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What if you were involved in the theft of one of the legendary jewels of all time – and you didn’t even know it? That’s exactly what happens to the innocent damsel at the center of Robert W. Chambers’ The Dark Star. She prays for a strong, silent savior to extract her from the mess she’s in – but will she recognize and call upon her own wit and spunk before it’s too late?
As long as she could remember she had been permitted to play with the contents of the late Herr Conrad Wilner’s wonder-box. The programme on such occasions varied little; the child was permitted to rummage among the treasures in the box until she had satisfied her perennial curiosity; conversation with her absent-minded father ensued, which ultimately included a personal narrative, dragged out piecemeal from the reticent, dreamy invalid. Then always a few pages of the diary kept by the late Herr Wilner were read as a bedtime story. And bath and bed and dreamland followed. That was the invariable routine, now once more in full swing.
Her father lay on his invalid’s chair, reading; his rubber-shod crutches rested against the wall, within easy reach. By him, beside the kerosene lamp, her mother sat, mending her child’s stockings and underwear.
Outside the circle of lamplight the incandescent eyes of the stove glowed steadily through the semi-dusk; and the child, always fascinated by anything that aroused her imagination, lifted her gaze furtively from time to time to convince herself that it really was the big, familiar stove which glared redly back at her, and not a dragon into which her creative fancy had so often transformed it.
Reassured, she continued to explore the contents of the wonder-box–a toy she preferred to her doll, but not to her beloved set of water-colours and crayon pencils.
Some centuries ago Pandora’s box let loose a world of troubles; Herr Wilner’s box apparently contained only pleasure for a little child whose pleasures were mostly of her own invention.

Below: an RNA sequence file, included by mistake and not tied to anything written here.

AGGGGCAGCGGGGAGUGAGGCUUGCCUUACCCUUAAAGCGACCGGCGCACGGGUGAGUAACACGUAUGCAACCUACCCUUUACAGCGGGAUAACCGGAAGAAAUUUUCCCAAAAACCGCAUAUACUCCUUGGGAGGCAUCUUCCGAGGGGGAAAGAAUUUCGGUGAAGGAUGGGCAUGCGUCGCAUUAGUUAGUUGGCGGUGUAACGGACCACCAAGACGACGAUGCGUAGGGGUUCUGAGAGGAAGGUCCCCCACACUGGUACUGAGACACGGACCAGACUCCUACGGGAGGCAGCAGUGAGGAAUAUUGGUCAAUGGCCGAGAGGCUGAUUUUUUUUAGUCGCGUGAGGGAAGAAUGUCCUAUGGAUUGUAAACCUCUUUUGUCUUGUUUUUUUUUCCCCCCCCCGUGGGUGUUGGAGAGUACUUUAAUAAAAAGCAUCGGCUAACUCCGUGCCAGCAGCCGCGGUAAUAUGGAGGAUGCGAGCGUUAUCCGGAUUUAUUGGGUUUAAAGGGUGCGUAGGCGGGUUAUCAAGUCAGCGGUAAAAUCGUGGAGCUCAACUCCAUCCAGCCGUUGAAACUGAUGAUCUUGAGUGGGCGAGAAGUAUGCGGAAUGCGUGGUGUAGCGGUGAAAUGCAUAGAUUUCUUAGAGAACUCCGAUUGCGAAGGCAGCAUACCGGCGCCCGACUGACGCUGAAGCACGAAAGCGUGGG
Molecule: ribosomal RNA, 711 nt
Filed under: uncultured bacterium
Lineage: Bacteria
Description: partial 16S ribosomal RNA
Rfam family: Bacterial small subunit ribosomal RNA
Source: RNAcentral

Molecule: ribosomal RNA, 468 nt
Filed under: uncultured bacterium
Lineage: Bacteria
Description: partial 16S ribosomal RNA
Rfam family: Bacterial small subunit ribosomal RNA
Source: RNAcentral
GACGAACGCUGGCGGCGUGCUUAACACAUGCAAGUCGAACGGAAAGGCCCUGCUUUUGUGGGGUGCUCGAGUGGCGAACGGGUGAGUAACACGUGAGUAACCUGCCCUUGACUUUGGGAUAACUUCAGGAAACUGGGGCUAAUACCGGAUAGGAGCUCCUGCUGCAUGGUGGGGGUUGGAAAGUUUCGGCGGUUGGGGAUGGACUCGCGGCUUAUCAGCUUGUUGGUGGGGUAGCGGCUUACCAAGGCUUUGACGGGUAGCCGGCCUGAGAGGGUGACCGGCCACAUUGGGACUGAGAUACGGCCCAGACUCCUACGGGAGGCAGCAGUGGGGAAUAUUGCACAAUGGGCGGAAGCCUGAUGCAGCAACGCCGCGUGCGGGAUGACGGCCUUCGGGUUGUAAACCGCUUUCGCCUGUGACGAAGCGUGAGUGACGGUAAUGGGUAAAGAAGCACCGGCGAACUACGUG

It was a curious old box, made of olive wood and bound with bands of some lacquered silvery metal to make it strong–rupee silver, perhaps–strangely wrought with Arabic characters engraved and in shallow relief. It had handles on either side, like a sea-chest; a silver-lacquered lock and hasp which retained traces of violent usage; and six heavy strap hinges of the same lacquered metal.
Within it the little child knew that a most fascinating collection of articles was to be discovered, taken out one by one with greatest care, played with discreetly, and, at her mother’s command, returned to their several places in Herr Wilner’s box.
There were, in this box, two rather murderous-looking Kurdish daggers in sheaths of fretted silver–never to be unsheathed, it was solemnly understood, except by the child’s father.
There was a pair of German army revolvers of the pattern of 1900, the unexploded cartridges of which had long since been extracted and cautiously thrown into the mill pond by the child’s mother, much to the surprise, no doubt, of the pickerel and sunfish.
There were writing materials of sandalwood, a few sea shells, a dozen books in German with many steel plate engravings; also a red Turkish fez with a dark blue tassel; two pairs of gold-rimmed spectacles; several tobacco pipes of Dresden porcelain, a case full of instruments for mechanical drawing, a thick blank book bound in calf and containing the diary of the late Herr Wilner down to within a few minutes before his death.
Also there was a figure in bronze, encrusted with tarnished gold and faded traces of polychrome decoration.
Erlik, the Yellow Devil, as Herr Wilner called it, seemed too heavy to be a hollow casting, and yet, when shaken, something within rattled faintly, as though when the molten metal was cooling a fissure formed inside, into which a few loose fragments of bronze had fallen.
It apparently had not been made to represent any benign Chinese god; the aspect of the yellow figure was anything but benevolent. The features were terrific; scowls infested its grotesque countenance; threatening brows bent inward; angry eyes rolled in apparent fury; its double gesture with sword and javelin was violent and almost humorously menacing. And Ruhannah adored it.
For a little while the child played her usual game of frightening her doll with the Yellow Devil and then rescuing her by the aid of a fairy prince which she herself had designed, smeared with water-colours, and cut out with scissors from a piece of cardboard.
After a time she turned to the remaining treasures in the wonder-box. These consisted of several volumes containing photographs, others full of sketches in pencil and water-colour, and a thick roll of glazed linen scrolls covered with designs in India ink.
The photographs were of all sorts–landscapes, rivers, ships in dock, dry dock, and at sea; lighthouses, forts, horses carrying soldiers armed with lances and wearing the red fez; artillery on the march, infantry, groups of officers, all wearing the same sort of fez which lay there in Herr Wilner’s box of olive wood.